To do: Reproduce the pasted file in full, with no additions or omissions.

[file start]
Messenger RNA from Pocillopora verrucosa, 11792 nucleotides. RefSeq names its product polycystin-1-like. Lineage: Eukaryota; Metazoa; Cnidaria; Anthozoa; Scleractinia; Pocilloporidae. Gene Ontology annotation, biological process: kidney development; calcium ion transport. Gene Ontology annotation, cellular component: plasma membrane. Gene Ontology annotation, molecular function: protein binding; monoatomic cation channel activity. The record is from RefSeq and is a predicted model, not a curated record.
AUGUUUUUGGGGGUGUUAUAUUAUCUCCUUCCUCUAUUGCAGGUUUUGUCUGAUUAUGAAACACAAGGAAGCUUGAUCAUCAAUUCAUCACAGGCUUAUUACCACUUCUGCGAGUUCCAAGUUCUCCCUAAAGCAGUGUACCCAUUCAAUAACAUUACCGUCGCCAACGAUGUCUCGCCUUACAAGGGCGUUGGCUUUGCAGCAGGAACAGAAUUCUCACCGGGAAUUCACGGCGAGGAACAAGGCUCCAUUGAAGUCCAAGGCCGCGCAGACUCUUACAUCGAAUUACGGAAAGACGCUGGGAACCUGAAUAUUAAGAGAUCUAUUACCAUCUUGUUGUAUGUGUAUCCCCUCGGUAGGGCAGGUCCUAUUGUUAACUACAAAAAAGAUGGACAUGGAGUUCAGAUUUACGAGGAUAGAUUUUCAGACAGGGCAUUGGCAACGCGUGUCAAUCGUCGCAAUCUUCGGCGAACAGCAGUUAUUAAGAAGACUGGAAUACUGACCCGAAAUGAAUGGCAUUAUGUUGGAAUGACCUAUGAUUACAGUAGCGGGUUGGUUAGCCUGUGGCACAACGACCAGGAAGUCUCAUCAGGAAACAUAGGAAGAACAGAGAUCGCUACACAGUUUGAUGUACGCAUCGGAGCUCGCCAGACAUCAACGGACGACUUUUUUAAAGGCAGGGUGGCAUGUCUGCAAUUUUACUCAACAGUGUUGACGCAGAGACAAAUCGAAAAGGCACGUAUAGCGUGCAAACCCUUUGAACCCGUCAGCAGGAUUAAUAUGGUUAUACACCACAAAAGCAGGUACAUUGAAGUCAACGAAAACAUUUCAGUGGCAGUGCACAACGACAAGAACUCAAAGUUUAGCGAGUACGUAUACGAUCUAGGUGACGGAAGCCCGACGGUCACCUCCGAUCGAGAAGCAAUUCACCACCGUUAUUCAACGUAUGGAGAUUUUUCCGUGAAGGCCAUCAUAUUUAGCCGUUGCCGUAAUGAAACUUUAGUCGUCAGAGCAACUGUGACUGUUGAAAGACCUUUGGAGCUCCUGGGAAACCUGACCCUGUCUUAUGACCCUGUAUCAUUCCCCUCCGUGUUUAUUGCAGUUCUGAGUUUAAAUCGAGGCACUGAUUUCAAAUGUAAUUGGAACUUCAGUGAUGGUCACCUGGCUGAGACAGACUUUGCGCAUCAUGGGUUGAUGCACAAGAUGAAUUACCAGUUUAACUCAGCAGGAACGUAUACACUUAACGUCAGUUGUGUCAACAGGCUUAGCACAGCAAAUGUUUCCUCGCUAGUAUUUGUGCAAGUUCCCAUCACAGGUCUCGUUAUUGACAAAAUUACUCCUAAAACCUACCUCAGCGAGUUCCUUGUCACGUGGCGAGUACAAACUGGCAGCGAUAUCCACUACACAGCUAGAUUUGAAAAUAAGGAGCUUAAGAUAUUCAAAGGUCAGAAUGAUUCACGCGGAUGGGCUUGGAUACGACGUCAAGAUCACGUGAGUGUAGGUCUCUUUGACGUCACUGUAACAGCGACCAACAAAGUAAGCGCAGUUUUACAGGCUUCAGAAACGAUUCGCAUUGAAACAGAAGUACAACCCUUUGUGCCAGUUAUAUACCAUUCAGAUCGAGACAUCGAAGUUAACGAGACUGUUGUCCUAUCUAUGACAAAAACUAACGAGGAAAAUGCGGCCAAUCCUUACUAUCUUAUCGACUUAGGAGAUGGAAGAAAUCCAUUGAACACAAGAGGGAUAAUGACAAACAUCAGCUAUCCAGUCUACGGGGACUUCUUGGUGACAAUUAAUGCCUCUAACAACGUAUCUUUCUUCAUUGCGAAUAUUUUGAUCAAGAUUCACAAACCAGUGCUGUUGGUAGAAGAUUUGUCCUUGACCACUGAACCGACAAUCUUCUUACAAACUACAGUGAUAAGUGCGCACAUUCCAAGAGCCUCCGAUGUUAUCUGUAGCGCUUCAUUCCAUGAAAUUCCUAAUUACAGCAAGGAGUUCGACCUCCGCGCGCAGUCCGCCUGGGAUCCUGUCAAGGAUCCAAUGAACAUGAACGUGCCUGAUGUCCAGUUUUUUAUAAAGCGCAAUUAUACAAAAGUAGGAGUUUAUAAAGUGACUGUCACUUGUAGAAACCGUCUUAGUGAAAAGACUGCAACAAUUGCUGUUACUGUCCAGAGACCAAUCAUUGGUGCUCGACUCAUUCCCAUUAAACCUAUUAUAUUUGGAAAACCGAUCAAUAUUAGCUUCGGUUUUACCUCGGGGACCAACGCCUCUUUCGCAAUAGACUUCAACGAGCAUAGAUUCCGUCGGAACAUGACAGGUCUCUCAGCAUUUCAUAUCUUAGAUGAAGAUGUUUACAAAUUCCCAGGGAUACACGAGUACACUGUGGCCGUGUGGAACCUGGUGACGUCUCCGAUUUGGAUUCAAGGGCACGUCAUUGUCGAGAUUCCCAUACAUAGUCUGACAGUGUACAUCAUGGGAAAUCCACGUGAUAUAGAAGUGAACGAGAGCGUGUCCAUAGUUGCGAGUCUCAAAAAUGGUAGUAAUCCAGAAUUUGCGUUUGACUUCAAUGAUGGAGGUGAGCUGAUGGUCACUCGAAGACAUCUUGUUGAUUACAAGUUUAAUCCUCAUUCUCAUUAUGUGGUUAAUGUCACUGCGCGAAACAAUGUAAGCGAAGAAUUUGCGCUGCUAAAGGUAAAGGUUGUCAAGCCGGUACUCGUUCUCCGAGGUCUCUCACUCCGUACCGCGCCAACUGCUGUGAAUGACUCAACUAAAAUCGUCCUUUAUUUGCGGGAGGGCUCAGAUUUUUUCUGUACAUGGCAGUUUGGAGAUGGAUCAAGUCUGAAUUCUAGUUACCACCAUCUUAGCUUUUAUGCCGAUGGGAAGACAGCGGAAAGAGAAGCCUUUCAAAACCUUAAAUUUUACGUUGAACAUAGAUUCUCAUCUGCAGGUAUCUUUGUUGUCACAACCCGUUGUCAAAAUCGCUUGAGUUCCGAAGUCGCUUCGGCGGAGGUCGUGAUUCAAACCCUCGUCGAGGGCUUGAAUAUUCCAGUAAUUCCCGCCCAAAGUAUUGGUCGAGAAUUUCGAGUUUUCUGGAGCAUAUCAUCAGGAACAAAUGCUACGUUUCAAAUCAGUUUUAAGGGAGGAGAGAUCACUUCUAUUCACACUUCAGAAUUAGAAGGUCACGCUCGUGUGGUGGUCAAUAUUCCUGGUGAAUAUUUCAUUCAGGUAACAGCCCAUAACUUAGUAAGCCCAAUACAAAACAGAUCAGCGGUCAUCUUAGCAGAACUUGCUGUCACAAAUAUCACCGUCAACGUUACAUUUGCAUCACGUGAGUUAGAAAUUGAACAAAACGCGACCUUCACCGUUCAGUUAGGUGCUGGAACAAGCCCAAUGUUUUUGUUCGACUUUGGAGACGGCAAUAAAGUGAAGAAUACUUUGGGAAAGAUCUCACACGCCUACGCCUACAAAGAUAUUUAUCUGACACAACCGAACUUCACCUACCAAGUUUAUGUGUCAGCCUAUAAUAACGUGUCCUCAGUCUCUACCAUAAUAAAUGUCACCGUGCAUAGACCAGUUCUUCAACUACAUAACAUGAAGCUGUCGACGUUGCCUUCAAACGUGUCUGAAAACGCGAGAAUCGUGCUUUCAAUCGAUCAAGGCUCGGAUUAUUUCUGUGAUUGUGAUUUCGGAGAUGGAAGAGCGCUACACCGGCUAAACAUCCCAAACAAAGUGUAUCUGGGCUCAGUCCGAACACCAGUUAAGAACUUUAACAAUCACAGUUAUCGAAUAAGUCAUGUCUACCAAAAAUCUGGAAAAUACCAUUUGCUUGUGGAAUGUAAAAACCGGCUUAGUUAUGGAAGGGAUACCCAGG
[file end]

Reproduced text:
Messenger RNA from Pocillopora verrucosa, 11792 nucleotides. RefSeq names its product polycystin-1-like. Lineage: Eukaryota; Metazoa; Cnidaria; Anthozoa; Scleractinia; Pocilloporidae. Gene Ontology annotation, biological process: kidney development; calcium ion transport. Gene Ontology annotation, cellular component: plasma membrane. Gene Ontology annotation, molecular function: protein binding; monoatomic cation channel activity. The record is from RefSeq and is a predicted model, not a curated record.
AUGUUUUUGGGGGUGUUAUAUUAUCUCCUUCCUCUAUUGCAGGUUUUGUCUGAUUAUGAAACACAAGGAAGCUUGAUCAUCAAUUCAUCACAGGCUUAUUACCACUUCUGCGAGUUCCAAGUUCUCCCUAAAGCAGUGUACCCAUUCAAUAACAUUACCGUCGCCAACGAUGUCUCGCCUUACAAGGGCGUUGGCUUUGCAGCAGGAACAGAAUUCUCACCGGGAAUUCACGGCGAGGAACAAGGCUCCAUUGAAGUCCAAGGCCGCGCAGACUCUUACAUCGAAUUACGGAAAGACGCUGGGAACCUGAAUAUUAAGAGAUCUAUUACCAUCUUGUUGUAUGUGUAUCCCCUCGGUAGGGCAGGUCCUAUUGUUAACUACAAAAAAGAUGGACAUGGAGUUCAGAUUUACGAGGAUAGAUUUUCAGACAGGGCAUUGGCAACGCGUGUCAAUCGUCGCAAUCUUCGGCGAACAGCAGUUAUUAAGAAGACUGGAAUACUGACCCGAAAUGAAUGGCAUUAUGUUGGAAUGACCUAUGAUUACAGUAGCGGGUUGGUUAGCCUGUGGCACAACGACCAGGAAGUCUCAUCAGGAAACAUAGGAAGAACAGAGAUCGCUACACAGUUUGAUGUACGCAUCGGAGCUCGCCAGACAUCAACGGACGACUUUUUUAAAGGCAGGGUGGCAUGUCUGCAAUUUUACUCAACAGUGUUGACGCAGAGACAAAUCGAAAAGGCACGUAUAGCGUGCAAACCCUUUGAACCCGUCAGCAGGAUUAAUAUGGUUAUACACCACAAAAGCAGGUACAUUGAAGUCAACGAAAACAUUUCAGUGGCAGUGCACAACGACAAGAACUCAAAGUUUAGCGAGUACGUAUACGAUCUAGGUGACGGAAGCCCGACGGUCACCUCCGAUCGAGAAGCAAUUCACCACCGUUAUUCAACGUAUGGAGAUUUUUCCGUGAAGGCCAUCAUAUUUAGCCGUUGCCGUAAUGAAACUUUAGUCGUCAGAGCAACUGUGACUGUUGAAAGACCUUUGGAGCUCCUGGGAAACCUGACCCUGUCUUAUGACCCUGUAUCAUUCCCCUCCGUGUUUAUUGCAGUUCUGAGUUUAAAUCGAGGCACUGAUUUCAAAUGUAAUUGGAACUUCAGUGAUGGUCACCUGGCUGAGACAGACUUUGCGCAUCAUGGGUUGAUGCACAAGAUGAAUUACCAGUUUAACUCAGCAGGAACGUAUACACUUAACGUCAGUUGUGUCAACAGGCUUAGCACAGCAAAUGUUUCCUCGCUAGUAUUUGUGCAAGUUCCCAUCACAGGUCUCGUUAUUGACAAAAUUACUCCUAAAACCUACCUCAGCGAGUUCCUUGUCACGUGGCGAGUACAAACUGGCAGCGAUAUCCACUACACAGCUAGAUUUGAAAAUAAGGAGCUUAAGAUAUUCAAAGGUCAGAAUGAUUCACGCGGAUGGGCUUGGAUACGACGUCAAGAUCACGUGAGUGUAGGUCUCUUUGACGUCACUGUAACAGCGACCAACAAAGUAAGCGCAGUUUUACAGGCUUCAGAAACGAUUCGCAUUGAAACAGAAGUACAACCCUUUGUGCCAGUUAUAUACCAUUCAGAUCGAGACAUCGAAGUUAACGAGACUGUUGUCCUAUCUAUGACAAAAACUAACGAGGAAAAUGCGGCCAAUCCUUACUAUCUUAUCGACUUAGGAGAUGGAAGAAAUCCAUUGAACACAAGAGGGAUAAUGACAAACAUCAGCUAUCCAGUCUACGGGGACUUCUUGGUGACAAUUAAUGCCUCUAACAACGUAUCUUUCUUCAUUGCGAAUAUUUUGAUCAAGAUUCACAAACCAGUGCUGUUGGUAGAAGAUUUGUCCUUGACCACUGAACCGACAAUCUUCUUACAAACUACAGUGAUAAGUGCGCACAUUCCAAGAGCCUCCGAUGUUAUCUGUAGCGCUUCAUUCCAUGAAAUUCCUAAUUACAGCAAGGAGUUCGACCUCCGCGCGCAGUCCGCCUGGGAUCCUGUCAAGGAUCCAAUGAACAUGAACGUGCCUGAUGUCCAGUUUUUUAUAAAGCGCAAUUAUACAAAAGUAGGAGUUUAUAAAGUGACUGUCACUUGUAGAAACCGUCUUAGUGAAAAGACUGCAACAAUUGCUGUUACUGUCCAGAGACCAAUCAUUGGUGCUCGACUCAUUCCCAUUAAACCUAUUAUAUUUGGAAAACCGAUCAAUAUUAGCUUCGGUUUUACCUCGGGGACCAACGCCUCUUUCGCAAUAGACUUCAACGAGCAUAGAUUCCGUCGGAACAUGACAGGUCUCUCAGCAUUUCAUAUCUUAGAUGAAGAUGUUUACAAAUUCCCAGGGAUACACGAGUACACUGUGGCCGUGUGGAACCUGGUGACGUCUCCGAUUUGGAUUCAAGGGCACGUCAUUGUCGAGAUUCCCAUACAUAGUCUGACAGUGUACAUCAUGGGAAAUCCACGUGAUAUAGAAGUGAACGAGAGCGUGUCCAUAGUUGCGAGUCUCAAAAAUGGUAGUAAUCCAGAAUUUGCGUUUGACUUCAAUGAUGGAGGUGAGCUGAUGGUCACUCGAAGACAUCUUGUUGAUUACAAGUUUAAUCCUCAUUCUCAUUAUGUGGUUAAUGUCACUGCGCGAAACAAUGUAAGCGAAGAAUUUGCGCUGCUAAAGGUAAAGGUUGUCAAGCCGGUACUCGUUCUCCGAGGUCUCUCACUCCGUACCGCGCCAACUGCUGUGAAUGACUCAACUAAAAUCGUCCUUUAUUUGCGGGAGGGCUCAGAUUUUUUCUGUACAUGGCAGUUUGGAGAUGGAUCAAGUCUGAAUUCUAGUUACCACCAUCUUAGCUUUUAUGCCGAUGGGAAGACAGCGGAAAGAGAAGCCUUUCAAAACCUUAAAUUUUACGUUGAACAUAGAUUCUCAUCUGCAGGUAUCUUUGUUGUCACAACCCGUUGUCAAAAUCGCUUGAGUUCCGAAGUCGCUUCGGCGGAGGUCGUGAUUCAAACCCUCGUCGAGGGCUUGAAUAUUCCAGUAAUUCCCGCCCAAAGUAUUGGUCGAGAAUUUCGAGUUUUCUGGAGCAUAUCAUCAGGAACAAAUGCUACGUUUCAAAUCAGUUUUAAGGGAGGAGAGAUCACUUCUAUUCACACUUCAGAAUUAGAAGGUCACGCUCGUGUGGUGGUCAAUAUUCCUGGUGAAUAUUUCAUUCAGGUAACAGCCCAUAACUUAGUAAGCCCAAUACAAAACAGAUCAGCGGUCAUCUUAGCAGAACUUGCUGUCACAAAUAUCACCGUCAACGUUACAUUUGCAUCACGUGAGUUAGAAAUUGAACAAAACGCGACCUUCACCGUUCAGUUAGGUGCUGGAACAAGCCCAAUGUUUUUGUUCGACUUUGGAGACGGCAAUAAAGUGAAGAAUACUUUGGGAAAGAUCUCACACGCCUACGCCUACAAAGAUAUUUAUCUGACACAACCGAACUUCACCUACCAAGUUUAUGUGUCAGCCUAUAAUAACGUGUCCUCAGUCUCUACCAUAAUAAAUGUCACCGUGCAUAGACCAGUUCUUCAACUACAUAACAUGAAGCUGUCGACGUUGCCUUCAAACGUGUCUGAAAACGCGAGAAUCGUGCUUUCAAUCGAUCAAGGCUCGGAUUAUUUCUGUGAUUGUGAUUUCGGAGAUGGAAGAGCGCUACACCGGCUAAACAUCCCAAACAAAGUGUAUCUGGGCUCAGUCCGAACACCAGUUAAGAACUUUAACAAUCACAGUUAUCGAAUAAGUCAUGUCUACCAAAAAUCUGGAAAAUACCAUUUGCUUGUGGAAUGUAAAAACCGGCUUAGUUAUGGAAGGGAUACCCAGG